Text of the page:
• 83% are men, compared to 49% for all other drivers.
  • 70% are under the age of 35.
  • 33% have either a master’s degree or Ph.D., compared to 13% of all other drivers.
  • The three most common Tesla owner professions: engineers, operations managers, and software engineers.
  • Average median household income: $85,000.  

Overall, the study shows Tesla drivers are typically male with higher-than-average education levels and income. While that may paint a picture of responsibility for some, Tesla drivers also have one thing in common: the desire for hard acceleration. Subsequently, according to the study’s analysis, they scored worse than 98% of all drivers in acceleration safety.

It explains that the blame could lie in a Tesla’s astonishing acceleration in “Ludicrous” mode, as “sudden bursts of speed push acceleration scores lower.” But regarding overall speed scores, Tesla owners, on average, drive slower relative to the speed limit. The study reiterates, though, that differences in overall safety averages regarding average speeds were minimal.

The distraction score, Jerry claims, was the one area where Tesla owners did better than others. Tesla drivers were ranked 10th out of the 52 car brands based on how frequently drivers handled their smartphones while behind the wheel, with a higher ranking denoting less distracted driving. Even though Teslas come with a massive tablet-like screen in the center stack, it seems to be safer than thumbing through a smartphone while on the go.

Tesla incentivizes safe driving

Tesla drivers love being part of the Musk-driven EV movement as much as possible. Not only are they evangelizing in the break room, but they’re also participating in behavior studies with the automaker.

In the company’s Impact Report, Tesla is now including a beta-version Safety Score. The program incentivizes safe driving, which determines rates in the Tesla Insurance program. Customers who choose to participate receive a Safety Score based on driver behavior. Algorithms will factor in general demographic information like age, education level, and gender. But it also includes financial history and will monitor behavior such as:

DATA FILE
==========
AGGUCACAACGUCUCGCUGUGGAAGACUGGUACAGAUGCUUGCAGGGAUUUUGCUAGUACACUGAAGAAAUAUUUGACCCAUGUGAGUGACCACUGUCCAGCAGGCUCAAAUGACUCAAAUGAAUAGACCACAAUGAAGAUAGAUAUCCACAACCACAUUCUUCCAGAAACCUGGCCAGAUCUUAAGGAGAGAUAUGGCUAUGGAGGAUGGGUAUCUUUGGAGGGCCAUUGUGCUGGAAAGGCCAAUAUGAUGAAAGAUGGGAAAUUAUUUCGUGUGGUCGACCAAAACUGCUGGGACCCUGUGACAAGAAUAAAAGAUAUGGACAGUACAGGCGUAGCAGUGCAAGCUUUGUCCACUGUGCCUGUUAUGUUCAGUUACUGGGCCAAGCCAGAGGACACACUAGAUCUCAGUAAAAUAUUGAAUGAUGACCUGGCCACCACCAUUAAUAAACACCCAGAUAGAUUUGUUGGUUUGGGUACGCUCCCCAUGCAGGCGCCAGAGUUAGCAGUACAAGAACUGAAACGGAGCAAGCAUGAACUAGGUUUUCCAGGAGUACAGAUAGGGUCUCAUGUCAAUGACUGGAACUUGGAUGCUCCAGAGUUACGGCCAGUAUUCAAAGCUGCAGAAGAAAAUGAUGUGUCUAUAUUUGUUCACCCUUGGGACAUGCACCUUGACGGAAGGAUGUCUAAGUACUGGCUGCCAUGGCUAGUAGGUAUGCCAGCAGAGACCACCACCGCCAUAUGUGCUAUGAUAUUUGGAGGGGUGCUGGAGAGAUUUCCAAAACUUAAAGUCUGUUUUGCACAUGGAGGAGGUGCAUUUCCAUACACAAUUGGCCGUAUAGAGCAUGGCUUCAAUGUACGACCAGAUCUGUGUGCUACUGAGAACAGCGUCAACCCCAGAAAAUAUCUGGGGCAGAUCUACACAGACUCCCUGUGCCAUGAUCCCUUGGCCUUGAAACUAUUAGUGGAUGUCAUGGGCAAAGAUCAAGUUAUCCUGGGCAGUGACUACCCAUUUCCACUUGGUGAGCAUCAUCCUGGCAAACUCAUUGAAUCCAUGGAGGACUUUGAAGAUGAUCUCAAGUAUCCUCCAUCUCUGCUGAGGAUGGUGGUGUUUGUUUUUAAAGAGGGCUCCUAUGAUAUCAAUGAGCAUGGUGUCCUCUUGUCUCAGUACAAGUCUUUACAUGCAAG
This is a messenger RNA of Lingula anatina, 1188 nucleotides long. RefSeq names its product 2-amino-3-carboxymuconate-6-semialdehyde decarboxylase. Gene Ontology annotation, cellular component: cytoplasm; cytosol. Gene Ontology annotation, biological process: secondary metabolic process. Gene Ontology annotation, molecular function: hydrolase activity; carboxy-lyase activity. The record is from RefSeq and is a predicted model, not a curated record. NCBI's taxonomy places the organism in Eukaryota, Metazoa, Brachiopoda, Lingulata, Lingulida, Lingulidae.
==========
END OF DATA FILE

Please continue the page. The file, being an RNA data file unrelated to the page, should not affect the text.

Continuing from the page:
• Aggressive turning
  • Autopilot disengagement
  • Excessive speeding
  • Forward collision warnings
  • Hard braking
  • Late-night driving
  • Tailgating
  • Unbuckled driving

Tesla’s data shows that customers who enabled the service have an average Safety Score of 90 out of 100. So, the next time your late-20-something male corporate operations manager friend comes up to you to brag about his low insurance premiums, Tesla FSD may have little to do with it. It could be all down to his driving and, of course, Tesla engineers watching eerily through the cabin cameras.

Is Tesla FSD safer than humans?

The eyes of Big Brother Musk aside, Tesla FSD has shown that it can seriously cut the rate of vehicular accidents. Even though drivers must remain attentive and with their hands on the steering wheel/yoke at all times, the system has opened up a world of transportation possibilities.

Some of Tesla FSD’s key merits include the following:

  • Enhanced safety: FSD reduces human error through advanced sensors, cameras, and machine learning algorithms, to detect and respond to potential hazards more quickly and accurately than human drivers.
  • Traffic optimization: the system can effectively navigate traffic congestion, find optimal routes, and maintain consistent speeds, resulting in a smoother and more fuel-efficient driving experience, saving time and fuel consumption.
  • Convenience and comfort: with Tesla FSD, drivers can enjoy a more relaxed driving experience, especially during long trips or daily commutes, mitigating driver fatigue.
  • Increased accessibility: FSD technology, Tesla or otherwise, can significantly benefit people with disabilities or mobility issues, enabling more independent travel.

It’s important to note that while the Tesla FSD system has shown promise, it’s not yet fully autonomous. Though, your friend might try to convince you. That is, until the dreaded “Black Screen” plagues driver control at highway speeds, causing them to drop their razor into their cornflakes. But as they go deeper and deeper into a monologue-turned-harangue about their near worship of business magnet—not magnate—Elon Musk, feel reassured that they’re actually, statistically speaking, probably a safer driver than you are.